My journey with TeleTracking actually started a few years ago when I was a client. I was at my first TeleTracking client conference, and I vividly remember sitting in amazement as I listened to a series of success stories from hospitals across the country talking about the ways they were empowered to improve access to medical care, to the people who needed it most, with the guidance of TeleTracking. As a clinician, I was intrigued to learn about the solutions available to become more efficient and give precious time back to caregivers.
So while at the conference, I didn’t have experience with the technology yet, so I was a sponge just trying to absorb as much information as I possibly could. I remember listening to speakers talking about, It takes three - People, Process and Technology, and the importance of all three working harmoniously to achieve the best possible outcomes. It didn’t really resonate with me― nor did I understand the depth of this simple recipe― until I became a user myself. A few months later, when I was immersed in our implementation project, one of the ED physicians said to me in passing, “I hear that TeleTracking is going to fix all of our problems, and we won’t be holding patients any longer.” I quickly answered an enthusiastic, “Yes!” to his question. At that time, I thought I was answering the question appropriately― but it didn’t take long after our go-live to realize success was tied to the recipe of People, Process and Technology.
When the time was right, I went back to that same physician and asked him if I could provide a more appropriate answer to the question that he posed to me during the go-live. I started my conversation explaining to him in detail that the implementation of TeleTracking didn’t add additional physical beds to our hospital―but what it did provide us with was a powerful tool to create a patient throughput system that opened up access to more patients in the community that needed necessary medical care. I continued to explain that like any tool in a toolbox, to achieve the best results and “fix” the problem, USERS are recommended to follow the INSTRUCTIONS that are provided to them. I concluded our conversation by answering that burning question again, but my answer was much different this time than the last. I went on to say, “Yes, with the help of TeleTracking, we are aligning our workflow and processes to follow the best practices provided by TeleTracking― but it is going to take all of us as a team to work together and hold each other accountable. If we do this, we will “fix” our throughput problems.” I will never forget his response. He looked at me and said, “Well, count me in, I will do my part”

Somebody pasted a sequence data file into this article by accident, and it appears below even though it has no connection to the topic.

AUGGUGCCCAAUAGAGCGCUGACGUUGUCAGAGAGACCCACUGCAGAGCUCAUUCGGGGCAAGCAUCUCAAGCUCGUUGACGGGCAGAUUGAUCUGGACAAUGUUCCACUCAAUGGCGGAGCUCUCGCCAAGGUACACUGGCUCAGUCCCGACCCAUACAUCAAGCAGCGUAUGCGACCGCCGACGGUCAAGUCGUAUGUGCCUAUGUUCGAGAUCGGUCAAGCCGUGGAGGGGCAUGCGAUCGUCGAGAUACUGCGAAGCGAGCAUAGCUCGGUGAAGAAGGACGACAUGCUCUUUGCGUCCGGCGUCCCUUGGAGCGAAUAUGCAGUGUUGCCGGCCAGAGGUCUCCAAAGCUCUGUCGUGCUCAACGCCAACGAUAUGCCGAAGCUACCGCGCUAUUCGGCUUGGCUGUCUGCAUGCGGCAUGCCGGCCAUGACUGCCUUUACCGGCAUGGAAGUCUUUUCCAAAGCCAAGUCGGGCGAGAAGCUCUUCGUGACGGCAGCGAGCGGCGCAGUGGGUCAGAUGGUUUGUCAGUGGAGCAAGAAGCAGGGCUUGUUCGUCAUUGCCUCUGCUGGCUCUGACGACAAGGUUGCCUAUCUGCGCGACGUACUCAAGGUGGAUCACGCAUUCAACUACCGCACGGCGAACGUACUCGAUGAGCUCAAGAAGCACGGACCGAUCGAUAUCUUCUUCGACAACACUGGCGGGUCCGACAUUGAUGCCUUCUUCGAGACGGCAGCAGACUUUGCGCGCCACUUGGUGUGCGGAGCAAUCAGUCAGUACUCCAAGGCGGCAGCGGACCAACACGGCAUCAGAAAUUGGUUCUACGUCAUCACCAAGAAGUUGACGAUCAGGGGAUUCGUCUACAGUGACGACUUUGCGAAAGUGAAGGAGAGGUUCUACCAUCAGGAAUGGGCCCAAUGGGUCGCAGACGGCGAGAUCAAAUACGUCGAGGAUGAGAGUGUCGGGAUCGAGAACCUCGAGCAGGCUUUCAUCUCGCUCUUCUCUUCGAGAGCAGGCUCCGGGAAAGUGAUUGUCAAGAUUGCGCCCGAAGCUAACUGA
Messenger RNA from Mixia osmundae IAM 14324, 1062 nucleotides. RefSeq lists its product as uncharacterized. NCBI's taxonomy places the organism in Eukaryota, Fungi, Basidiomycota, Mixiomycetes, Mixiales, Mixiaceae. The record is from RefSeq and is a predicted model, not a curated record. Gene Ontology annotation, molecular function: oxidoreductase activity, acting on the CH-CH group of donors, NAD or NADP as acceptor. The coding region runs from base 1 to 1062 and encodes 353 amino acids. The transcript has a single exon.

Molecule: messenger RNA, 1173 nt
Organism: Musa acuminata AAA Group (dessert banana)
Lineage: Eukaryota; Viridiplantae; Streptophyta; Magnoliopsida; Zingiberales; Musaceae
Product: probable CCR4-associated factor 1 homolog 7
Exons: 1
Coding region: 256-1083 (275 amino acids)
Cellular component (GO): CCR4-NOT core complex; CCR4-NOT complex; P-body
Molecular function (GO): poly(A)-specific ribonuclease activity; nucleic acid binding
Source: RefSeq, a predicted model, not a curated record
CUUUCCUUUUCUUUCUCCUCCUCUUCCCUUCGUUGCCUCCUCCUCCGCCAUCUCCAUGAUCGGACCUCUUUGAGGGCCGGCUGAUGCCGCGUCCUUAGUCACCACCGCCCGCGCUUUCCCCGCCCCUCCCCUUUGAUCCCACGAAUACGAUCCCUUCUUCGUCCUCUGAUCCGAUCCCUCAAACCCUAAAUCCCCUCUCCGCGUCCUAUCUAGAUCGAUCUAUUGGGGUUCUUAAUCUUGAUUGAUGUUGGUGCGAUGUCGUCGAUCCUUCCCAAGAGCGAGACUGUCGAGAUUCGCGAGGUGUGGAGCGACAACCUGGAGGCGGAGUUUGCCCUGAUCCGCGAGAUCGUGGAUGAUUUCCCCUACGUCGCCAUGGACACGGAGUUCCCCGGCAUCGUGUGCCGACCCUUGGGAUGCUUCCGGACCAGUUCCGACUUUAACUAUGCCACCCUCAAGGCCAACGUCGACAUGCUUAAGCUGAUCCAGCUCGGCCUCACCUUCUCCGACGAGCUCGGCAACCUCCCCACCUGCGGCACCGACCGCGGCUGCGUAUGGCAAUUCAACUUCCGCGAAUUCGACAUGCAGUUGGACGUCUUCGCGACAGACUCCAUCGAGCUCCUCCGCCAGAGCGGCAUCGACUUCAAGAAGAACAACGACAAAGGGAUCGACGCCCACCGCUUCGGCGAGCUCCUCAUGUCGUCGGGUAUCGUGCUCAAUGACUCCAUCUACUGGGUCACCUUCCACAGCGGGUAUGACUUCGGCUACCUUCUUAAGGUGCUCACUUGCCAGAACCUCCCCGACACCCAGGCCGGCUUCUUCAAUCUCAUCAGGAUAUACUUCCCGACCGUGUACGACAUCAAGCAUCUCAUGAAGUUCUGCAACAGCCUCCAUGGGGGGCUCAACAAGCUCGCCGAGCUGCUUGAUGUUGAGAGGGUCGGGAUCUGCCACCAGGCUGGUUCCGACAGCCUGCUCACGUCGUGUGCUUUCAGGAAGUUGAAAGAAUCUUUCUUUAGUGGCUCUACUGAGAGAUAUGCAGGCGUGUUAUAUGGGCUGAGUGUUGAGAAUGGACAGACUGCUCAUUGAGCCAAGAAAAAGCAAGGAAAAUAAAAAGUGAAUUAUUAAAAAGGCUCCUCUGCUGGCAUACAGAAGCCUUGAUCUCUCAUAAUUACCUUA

When we take the people, the users who are in the system every day and combine it with the Process, including the workflows that follow best practices, with and Technology, there is truly the recipe/shape of success. Although they are the same words that I heard at my first client conference, the meaning is so much more powerful when you fully understand the importance that each equally play into achieving your own success story.
Today, as a Senior Client Success Manager at TeleTracking, I often find myself sharing this story with not only my own clients, but others that I encounter along the way. My hope is to take my experience and deliver that same powerful message People, Process and Technology working together ensures that no one will ever have to wait for the care they need.
Teri Ridge, Sr. Client Success Manager
TeleTracking’s Teri Ridge is a Senior Client Success Manager who has been in nursing for more than 25 years. She has experience on both the clinical and management side, including serving as the In-Patient Nursing Director, House Supervisor at Children’s Memorial Hospital in Chicago. She has also worked as the Center of Excellence Director for a Pediatric Service Line, the Project Manager for the opening of a new Women and Children’s Hospital, and the implementation leader and manager for a 24/7 Centralized Patient Logistics Center at AMITA Health before devoting herself to the successful sustainability of patient flow operations.